“Workers’ lives have intrinsic value, and NCDOL is not adequately protecting those lives in North Carolina in the face of COVID. Even before the epidemic, it’s been long clear that NCDOL’s hands-off approach to workplace protections has been ineffective at preventing workplace deaths—penalties are too low, enforcement is too lax, and investigations are too few to deter bad actor employers from putting their workers’ lives at risk. But now more than ever, NCDOL needs to take strong action to protect workers on the job.”Allan Freyer, director, NC Workers’ Rights Project
Fifty years ago, Congress passed the Occupational Safety and Health Act (OSHA), promising every worker the right to a safe job. Ever since, working people have fought to gain necessary health and safety rules that have saved precious lives and prevented injuries and illnesses on the job.
But the Trump administration has allowed business associations to hold back commonsense measures that would prevent workplace exposure to COVID-19; it did not heed the labor movement’s early call for protections; and the administration did not act quickly to secure testing, workplace safety plans, and personal protective equipment. This is criminal. We will not let them turn back the clock and destroy the progress we have made to keep workers safe.
Making matters worse, as the federal government shirks its responsibility to keep workers safe during the COVID-19 pandemic, the NC Department of Labor, which has statutory authority over OSHA administration in our state, has refused to step up by issuing its own emergency infectious disease standard. Absent such a standard, workers of employers who violate social distancing guidelines are being told to call local law enforcement. Telling vulnerable workers to call the cops on their boss is absurd and unacceptable.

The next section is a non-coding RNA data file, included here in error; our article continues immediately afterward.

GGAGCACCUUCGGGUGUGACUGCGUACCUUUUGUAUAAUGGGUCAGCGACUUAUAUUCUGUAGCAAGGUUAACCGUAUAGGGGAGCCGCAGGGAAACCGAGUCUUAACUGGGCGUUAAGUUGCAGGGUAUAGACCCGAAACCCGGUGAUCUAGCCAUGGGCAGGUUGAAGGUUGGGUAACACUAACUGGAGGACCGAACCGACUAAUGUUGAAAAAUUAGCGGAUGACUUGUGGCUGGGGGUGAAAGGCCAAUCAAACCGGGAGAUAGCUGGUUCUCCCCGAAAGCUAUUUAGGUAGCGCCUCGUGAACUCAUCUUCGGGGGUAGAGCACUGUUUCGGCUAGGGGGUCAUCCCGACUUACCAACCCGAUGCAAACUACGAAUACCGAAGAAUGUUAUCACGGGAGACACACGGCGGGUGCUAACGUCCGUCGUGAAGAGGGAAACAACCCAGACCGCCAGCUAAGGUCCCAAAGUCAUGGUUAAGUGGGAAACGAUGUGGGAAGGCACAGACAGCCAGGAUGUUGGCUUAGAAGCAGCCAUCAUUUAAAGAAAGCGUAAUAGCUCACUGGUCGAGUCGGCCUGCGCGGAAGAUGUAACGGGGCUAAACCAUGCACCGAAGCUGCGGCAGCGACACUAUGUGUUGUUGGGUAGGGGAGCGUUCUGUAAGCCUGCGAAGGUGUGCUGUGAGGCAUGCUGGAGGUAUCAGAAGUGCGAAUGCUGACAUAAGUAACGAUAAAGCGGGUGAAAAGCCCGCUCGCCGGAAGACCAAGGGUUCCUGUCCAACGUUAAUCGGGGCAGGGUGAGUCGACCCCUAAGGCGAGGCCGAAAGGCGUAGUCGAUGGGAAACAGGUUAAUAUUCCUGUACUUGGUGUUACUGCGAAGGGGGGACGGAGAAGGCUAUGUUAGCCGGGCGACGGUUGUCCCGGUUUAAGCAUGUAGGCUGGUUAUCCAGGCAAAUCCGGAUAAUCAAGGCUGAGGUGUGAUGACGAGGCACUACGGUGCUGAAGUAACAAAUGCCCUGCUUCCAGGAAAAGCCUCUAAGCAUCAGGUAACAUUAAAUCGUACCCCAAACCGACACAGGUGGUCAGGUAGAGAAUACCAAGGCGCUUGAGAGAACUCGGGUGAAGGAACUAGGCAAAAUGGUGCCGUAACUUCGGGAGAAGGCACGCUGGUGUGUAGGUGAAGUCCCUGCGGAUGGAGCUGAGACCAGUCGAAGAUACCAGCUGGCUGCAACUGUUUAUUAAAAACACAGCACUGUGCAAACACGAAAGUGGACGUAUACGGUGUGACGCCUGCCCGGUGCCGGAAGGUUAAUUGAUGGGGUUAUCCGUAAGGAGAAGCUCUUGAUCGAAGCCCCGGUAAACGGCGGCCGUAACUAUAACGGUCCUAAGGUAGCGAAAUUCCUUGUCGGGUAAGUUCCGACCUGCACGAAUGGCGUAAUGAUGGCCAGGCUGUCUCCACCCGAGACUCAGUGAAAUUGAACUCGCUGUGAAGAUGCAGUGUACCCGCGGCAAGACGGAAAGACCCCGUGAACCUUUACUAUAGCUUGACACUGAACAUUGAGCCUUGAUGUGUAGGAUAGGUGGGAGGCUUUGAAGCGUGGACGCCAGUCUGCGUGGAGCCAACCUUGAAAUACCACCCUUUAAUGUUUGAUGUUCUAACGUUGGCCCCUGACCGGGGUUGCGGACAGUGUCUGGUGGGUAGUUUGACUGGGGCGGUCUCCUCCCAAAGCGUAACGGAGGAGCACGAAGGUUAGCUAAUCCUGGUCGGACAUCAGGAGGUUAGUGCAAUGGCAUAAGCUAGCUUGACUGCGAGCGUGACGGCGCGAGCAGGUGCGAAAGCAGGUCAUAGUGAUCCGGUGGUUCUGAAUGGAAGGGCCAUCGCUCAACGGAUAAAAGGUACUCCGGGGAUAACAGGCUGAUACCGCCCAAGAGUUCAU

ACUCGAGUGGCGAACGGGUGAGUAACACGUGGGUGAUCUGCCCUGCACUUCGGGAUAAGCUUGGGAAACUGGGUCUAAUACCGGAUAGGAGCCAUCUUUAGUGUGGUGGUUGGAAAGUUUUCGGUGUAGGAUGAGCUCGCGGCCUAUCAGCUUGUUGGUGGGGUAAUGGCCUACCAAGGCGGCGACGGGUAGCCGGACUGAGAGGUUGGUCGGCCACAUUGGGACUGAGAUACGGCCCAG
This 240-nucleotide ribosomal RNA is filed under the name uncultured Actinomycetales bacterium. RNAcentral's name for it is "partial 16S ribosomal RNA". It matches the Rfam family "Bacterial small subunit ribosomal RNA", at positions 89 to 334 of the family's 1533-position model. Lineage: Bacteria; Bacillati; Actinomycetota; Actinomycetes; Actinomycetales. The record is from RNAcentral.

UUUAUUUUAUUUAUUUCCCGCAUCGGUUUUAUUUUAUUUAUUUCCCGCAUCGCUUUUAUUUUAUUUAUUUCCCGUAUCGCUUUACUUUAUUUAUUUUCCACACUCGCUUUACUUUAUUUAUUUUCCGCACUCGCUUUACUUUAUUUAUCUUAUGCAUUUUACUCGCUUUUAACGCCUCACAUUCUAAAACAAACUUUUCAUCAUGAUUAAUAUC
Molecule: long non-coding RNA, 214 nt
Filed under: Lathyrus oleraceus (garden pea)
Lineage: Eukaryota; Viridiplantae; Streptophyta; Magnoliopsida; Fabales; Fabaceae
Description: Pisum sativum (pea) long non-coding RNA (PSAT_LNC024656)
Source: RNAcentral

Working people across America are joining together to fight back against these attacks and are calling for the state and federal governments to put working people’s health and safety above corporate interests. It is critical for safety agencies to enact emergency rules that will hold employers accountable and protect workers from infectious diseases like COVID-19 at work. We will not let the Trump administration nor NC Labor Commissioner Cherie Berry leave workers unprotected as they battle this disaster.
“I not only lost one of my childhood friends, but a UAW Local 5286 brother,” said local union president Scott McAllister on the passing of Virgil Sutton, who worked at the Freightliner plant in Gastonia, North Carolina, and died of COVID-19 on April 5th. Sutton, who is survived by his wife and two sons, led his church’s recovery ministry. “Virgil didn’t do anything wrong,” said his pastor Austin Rammell. “He just went to work.”
Contact: Jeremy Sprinkle, 336-255-2711 / firstname.lastname@example.org
The North Carolina State AFL-CIO is the largest association of unions of working people in North Carolina, representing over a hundred thousand members, working together for good jobs, safe workplaces, workers’ rights, consumer protections, and quality public services on behalf of ALL working people. PO Box 10805, Raleigh, NC 27605.